. For example, here are some different kinds of Series:

```
[7]:
```

```
s = pd.Series([1, 2, 3])
s.dtype
```

```
[7]:
```

```
dtype('int64')
```

```
[8]:
```

```
s = pd.Series([1, 2, 3.14])
s.dtype
```

```
[8]:
```

```
dtype('float64')
```

```
[9]:
```

```
s = pd.Series([1, 2, "a string"])
s.dtype
```

```
[9]:
```

```
dtype('O')
```

As you can see, integer (`int64`

) Series can *only* hold integers. If we add one number with a decimal component, the whole thing becomes a `float64`

. Similarly, floating point Series can only hold numbers. If we add a single String, the whole thing becomes an Object (`O`

) type.

### Converting datatypes¶

If you want to change the datatype of a Series, you can do so with the `.asdtype()`

method… provided a conversion is possible! For example, you can always convert integer arrays to floating point Series because a whole number can be represented as a floating point number (just trust me on this for now… we’ll discuss why later!).

```
[10]:
```

```
s = pd.Series([1, 2, 3])
s = s.astype("float64")
s
```

```
[10]:
```

```
0 1.0
1 2.0
2 3.0
dtype: float64
```

But be careful: since integers can’t ever hold decimals, if you try and convert a floating point Series to an integer Series, it will just drop the decimal part of numbers with decimals!

```
[11]:
```

```
s = pd.Series([1, 2, 3.14])
s = s.astype("int64")
s
```

```
[11]:
```

```
0 1
1 2
2 3
dtype: int64
```

Note Pandas is just doing the same thing regular python would do:

```
[12]:
```

```
int(3.14)
```

```
[12]:
```

```
3
```

But if you try and convert an “object” Series to numeric and there are numbers that can’t be converted, `pandas`

will throw an error:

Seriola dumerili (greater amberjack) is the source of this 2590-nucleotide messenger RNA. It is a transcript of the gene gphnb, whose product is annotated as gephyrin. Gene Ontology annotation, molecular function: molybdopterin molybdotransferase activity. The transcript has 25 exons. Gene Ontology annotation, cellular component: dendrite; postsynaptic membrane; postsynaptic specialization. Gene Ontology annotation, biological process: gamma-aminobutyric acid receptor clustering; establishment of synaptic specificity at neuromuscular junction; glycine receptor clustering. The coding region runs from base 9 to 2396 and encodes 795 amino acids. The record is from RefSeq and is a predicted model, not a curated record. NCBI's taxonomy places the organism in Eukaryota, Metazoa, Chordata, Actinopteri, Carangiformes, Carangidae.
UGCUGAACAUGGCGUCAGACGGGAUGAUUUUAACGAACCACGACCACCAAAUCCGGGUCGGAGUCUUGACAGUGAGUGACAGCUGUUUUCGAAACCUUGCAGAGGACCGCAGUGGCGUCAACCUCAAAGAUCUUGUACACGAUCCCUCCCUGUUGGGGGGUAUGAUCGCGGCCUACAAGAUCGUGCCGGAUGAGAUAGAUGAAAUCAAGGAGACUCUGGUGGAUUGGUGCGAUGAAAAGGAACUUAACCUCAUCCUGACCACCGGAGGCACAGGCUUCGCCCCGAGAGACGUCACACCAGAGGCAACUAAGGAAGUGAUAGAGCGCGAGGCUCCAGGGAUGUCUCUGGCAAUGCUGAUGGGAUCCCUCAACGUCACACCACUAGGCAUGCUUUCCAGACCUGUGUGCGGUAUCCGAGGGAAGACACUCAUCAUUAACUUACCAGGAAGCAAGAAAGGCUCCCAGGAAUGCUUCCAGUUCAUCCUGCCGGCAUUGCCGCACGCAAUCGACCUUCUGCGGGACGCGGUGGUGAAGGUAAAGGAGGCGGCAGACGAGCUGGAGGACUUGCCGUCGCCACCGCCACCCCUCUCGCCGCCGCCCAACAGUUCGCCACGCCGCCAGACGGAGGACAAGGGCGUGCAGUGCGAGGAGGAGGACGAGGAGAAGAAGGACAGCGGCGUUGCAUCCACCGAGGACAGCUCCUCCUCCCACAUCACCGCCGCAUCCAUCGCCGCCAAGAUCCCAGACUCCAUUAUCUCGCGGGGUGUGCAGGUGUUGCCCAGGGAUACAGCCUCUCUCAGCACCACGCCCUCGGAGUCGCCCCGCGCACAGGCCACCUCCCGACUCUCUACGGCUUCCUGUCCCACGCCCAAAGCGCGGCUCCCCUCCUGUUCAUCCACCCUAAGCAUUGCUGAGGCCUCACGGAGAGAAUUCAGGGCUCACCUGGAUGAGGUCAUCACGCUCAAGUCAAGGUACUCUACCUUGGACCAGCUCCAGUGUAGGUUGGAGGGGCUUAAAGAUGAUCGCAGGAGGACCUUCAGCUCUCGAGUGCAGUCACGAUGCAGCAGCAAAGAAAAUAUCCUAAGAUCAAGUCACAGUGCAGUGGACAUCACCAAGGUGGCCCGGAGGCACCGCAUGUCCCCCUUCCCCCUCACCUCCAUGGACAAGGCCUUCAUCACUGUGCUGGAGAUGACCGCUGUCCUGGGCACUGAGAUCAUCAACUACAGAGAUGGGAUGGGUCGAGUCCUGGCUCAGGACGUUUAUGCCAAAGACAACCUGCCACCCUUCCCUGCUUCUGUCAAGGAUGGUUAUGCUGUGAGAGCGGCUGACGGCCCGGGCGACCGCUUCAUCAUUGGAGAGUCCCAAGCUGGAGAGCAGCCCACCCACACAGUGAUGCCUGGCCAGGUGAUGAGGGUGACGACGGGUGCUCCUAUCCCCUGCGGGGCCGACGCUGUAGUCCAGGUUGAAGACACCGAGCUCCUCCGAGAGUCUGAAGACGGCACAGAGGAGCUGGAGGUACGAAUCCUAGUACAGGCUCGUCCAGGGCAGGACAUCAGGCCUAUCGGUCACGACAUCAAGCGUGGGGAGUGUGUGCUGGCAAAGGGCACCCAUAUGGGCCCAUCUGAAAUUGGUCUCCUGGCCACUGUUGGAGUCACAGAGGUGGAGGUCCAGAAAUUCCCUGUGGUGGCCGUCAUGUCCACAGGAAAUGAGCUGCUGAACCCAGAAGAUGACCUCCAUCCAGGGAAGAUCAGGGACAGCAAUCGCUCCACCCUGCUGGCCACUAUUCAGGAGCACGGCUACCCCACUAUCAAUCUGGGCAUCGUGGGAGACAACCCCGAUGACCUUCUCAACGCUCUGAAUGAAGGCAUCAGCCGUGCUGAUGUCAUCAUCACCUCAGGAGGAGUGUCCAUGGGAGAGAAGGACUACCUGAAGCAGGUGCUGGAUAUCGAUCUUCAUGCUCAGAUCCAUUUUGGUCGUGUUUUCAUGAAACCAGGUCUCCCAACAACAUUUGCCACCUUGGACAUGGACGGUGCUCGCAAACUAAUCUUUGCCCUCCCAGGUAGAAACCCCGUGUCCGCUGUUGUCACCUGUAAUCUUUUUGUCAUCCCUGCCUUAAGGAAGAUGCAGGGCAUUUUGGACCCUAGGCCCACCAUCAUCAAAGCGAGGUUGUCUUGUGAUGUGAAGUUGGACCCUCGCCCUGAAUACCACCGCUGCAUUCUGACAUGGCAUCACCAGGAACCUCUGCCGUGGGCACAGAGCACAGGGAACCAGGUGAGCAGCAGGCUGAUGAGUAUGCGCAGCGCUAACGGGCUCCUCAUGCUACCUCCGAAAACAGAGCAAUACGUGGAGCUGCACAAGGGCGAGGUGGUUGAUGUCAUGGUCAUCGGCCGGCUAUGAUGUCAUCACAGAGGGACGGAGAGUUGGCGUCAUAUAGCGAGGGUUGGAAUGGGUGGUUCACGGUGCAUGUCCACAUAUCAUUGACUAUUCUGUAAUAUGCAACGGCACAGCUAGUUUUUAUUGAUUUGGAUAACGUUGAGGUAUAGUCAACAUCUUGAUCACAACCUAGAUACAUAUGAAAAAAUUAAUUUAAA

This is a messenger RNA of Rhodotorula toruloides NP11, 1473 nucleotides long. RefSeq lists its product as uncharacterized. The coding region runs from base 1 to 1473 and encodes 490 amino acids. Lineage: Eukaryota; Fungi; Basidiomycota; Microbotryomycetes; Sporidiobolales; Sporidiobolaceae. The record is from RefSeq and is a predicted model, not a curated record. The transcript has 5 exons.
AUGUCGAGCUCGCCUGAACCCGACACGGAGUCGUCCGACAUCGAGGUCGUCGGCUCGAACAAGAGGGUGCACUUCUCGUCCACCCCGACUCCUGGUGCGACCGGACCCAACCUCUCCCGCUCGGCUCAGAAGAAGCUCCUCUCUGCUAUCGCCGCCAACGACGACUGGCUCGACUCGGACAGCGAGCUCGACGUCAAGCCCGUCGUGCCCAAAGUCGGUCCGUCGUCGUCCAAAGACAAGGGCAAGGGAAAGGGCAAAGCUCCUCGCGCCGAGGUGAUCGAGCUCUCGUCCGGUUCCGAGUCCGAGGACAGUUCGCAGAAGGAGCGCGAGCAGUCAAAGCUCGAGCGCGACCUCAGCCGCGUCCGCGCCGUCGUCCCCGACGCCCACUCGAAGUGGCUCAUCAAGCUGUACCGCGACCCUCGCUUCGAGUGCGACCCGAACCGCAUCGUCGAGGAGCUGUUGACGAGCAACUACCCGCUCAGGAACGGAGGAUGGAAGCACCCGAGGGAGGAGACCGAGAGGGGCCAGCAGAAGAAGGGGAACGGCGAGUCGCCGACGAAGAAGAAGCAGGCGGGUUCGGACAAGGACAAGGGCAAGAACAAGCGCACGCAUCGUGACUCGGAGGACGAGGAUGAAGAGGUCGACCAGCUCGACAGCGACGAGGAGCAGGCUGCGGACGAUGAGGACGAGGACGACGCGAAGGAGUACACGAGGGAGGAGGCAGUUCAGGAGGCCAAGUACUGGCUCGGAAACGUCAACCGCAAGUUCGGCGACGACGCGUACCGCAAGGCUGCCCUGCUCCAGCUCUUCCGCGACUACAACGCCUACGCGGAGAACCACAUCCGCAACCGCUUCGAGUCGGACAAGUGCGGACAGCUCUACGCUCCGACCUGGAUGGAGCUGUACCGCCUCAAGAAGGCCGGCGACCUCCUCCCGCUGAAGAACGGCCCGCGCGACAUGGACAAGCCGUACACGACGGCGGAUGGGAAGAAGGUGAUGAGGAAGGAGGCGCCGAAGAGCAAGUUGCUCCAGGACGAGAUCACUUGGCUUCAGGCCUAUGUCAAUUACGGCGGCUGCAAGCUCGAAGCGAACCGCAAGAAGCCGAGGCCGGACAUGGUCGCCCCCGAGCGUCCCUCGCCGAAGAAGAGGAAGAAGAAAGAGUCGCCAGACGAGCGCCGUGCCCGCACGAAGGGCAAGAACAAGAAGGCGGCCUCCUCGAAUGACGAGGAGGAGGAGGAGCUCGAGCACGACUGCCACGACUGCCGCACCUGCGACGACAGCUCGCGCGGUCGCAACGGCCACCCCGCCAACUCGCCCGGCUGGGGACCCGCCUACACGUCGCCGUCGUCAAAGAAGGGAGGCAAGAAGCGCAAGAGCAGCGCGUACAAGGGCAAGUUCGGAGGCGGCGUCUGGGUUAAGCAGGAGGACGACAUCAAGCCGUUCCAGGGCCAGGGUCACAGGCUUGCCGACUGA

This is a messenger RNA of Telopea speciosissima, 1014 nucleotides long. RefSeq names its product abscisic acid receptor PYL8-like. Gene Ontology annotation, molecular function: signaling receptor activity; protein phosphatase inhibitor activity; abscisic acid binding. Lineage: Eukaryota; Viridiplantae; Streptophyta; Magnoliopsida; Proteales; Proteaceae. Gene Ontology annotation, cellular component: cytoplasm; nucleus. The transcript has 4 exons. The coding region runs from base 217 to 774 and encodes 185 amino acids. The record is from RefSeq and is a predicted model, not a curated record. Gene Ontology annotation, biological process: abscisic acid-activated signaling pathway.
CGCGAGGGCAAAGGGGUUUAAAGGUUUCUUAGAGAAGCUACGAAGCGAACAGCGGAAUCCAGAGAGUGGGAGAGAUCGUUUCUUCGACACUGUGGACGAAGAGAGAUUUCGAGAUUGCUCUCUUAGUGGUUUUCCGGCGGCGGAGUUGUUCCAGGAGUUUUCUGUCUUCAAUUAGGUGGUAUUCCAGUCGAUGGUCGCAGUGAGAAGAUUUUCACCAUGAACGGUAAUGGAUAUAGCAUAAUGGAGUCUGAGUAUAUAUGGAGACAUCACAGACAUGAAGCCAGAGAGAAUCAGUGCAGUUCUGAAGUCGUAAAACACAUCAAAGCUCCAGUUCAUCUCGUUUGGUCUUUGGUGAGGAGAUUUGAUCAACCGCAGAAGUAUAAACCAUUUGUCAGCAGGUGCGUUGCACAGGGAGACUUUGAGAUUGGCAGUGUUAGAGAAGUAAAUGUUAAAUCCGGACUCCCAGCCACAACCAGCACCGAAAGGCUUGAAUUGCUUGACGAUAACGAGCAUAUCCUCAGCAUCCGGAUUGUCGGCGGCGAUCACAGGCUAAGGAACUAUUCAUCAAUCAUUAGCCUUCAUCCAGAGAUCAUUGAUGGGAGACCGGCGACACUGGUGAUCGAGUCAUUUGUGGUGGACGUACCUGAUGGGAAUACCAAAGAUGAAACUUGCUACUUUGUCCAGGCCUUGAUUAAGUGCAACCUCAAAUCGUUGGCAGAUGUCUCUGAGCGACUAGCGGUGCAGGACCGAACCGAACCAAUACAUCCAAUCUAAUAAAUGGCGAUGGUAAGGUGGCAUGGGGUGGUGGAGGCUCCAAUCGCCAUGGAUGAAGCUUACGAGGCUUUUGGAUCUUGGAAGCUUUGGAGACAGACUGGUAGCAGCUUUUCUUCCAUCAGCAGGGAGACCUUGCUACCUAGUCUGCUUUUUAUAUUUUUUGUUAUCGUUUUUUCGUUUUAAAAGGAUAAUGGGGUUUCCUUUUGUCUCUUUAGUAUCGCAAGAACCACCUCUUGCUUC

```
s = pd.Series([1, 2, "a string"])
s.astype('float64')
---------------------------------------------------------------------------
ValueError Traceback (most recent call last)
/Users/nce8/github/practicaldatascience/source/10_pandas_series.ipynb Cell 32 in <cell line: 2>()
1 s = pd.Series([1, 2, "a string"])
----> 2 s.astype('float64')
...
File ~/opt/miniconda3/lib/python3.10/site-packages/pandas/core/dtypes/cast.py:1181, in astype_nansafe(arr, dtype, copy, skipna)
1177 raise ValueError(msg)
1179 if copy or is_object_dtype(arr.dtype) or is_object_dtype(dtype):
1180 # Explicit copy, or required since NumPy can't view from / to object.
-> 1181 return arr.astype(dtype, copy=True)
1183 return arr.astype(dtype, copy=copy)
ValueError: could not convert string to float: 'a string'
```

## Computation with Series¶

One of the nice things about Series is that, like `numpy`

arrays, we can easily do things like multiply *all* the values by another number easily. For example, suppose tickets to my zoo cost $15 per person. What is the total money generated by ticket sales each day? Let’s find out!

```
[ ]:
```

```
attendance = pd.Series(
[132, 94, 112, 84, 254, 322, 472],
index=[
"Monday",
"Tuesday",
"Wednesday",
"Thursday",
"Friday",
"Saturday",
"Sunday",
],
)
attendance
```

```
Monday 132
Tuesday 94
Wednesday 112
Thursday 84
Friday 254
Saturday 322
Sunday 472
dtype: int64
```

```
[ ]:
```

```
revenue = attendance * 15
revenue
```

```
Monday 1980
Tuesday 1410
Wednesday 1680
Thursday 1260
Friday 3810
Saturday 4830
Sunday 7080
dtype: int64
```

Now what if we want to know to the total amount raised in a week, instead of just the amount on each day? We can use one of `pandas`

’s many helper functions – in this case `sum`

– which adds up all the values of a Series

```
[ ]:
```

```
revenue.sum()
```

```
22050
```

Cool!

This is an example of one of the three forms of Series arithmetic:

Operations involving a Series with more than one element a single element (as shown above).

A Series modified by a function.

```
[ ]:
```

```
revenue**2
```

```
Monday 3920400
Tuesday 1988100
Wednesday 2822400
Thursday 1587600
Friday 14516100
Saturday 23328900
Sunday 50126400
dtype: int64
```

Two Series with the same number of elements.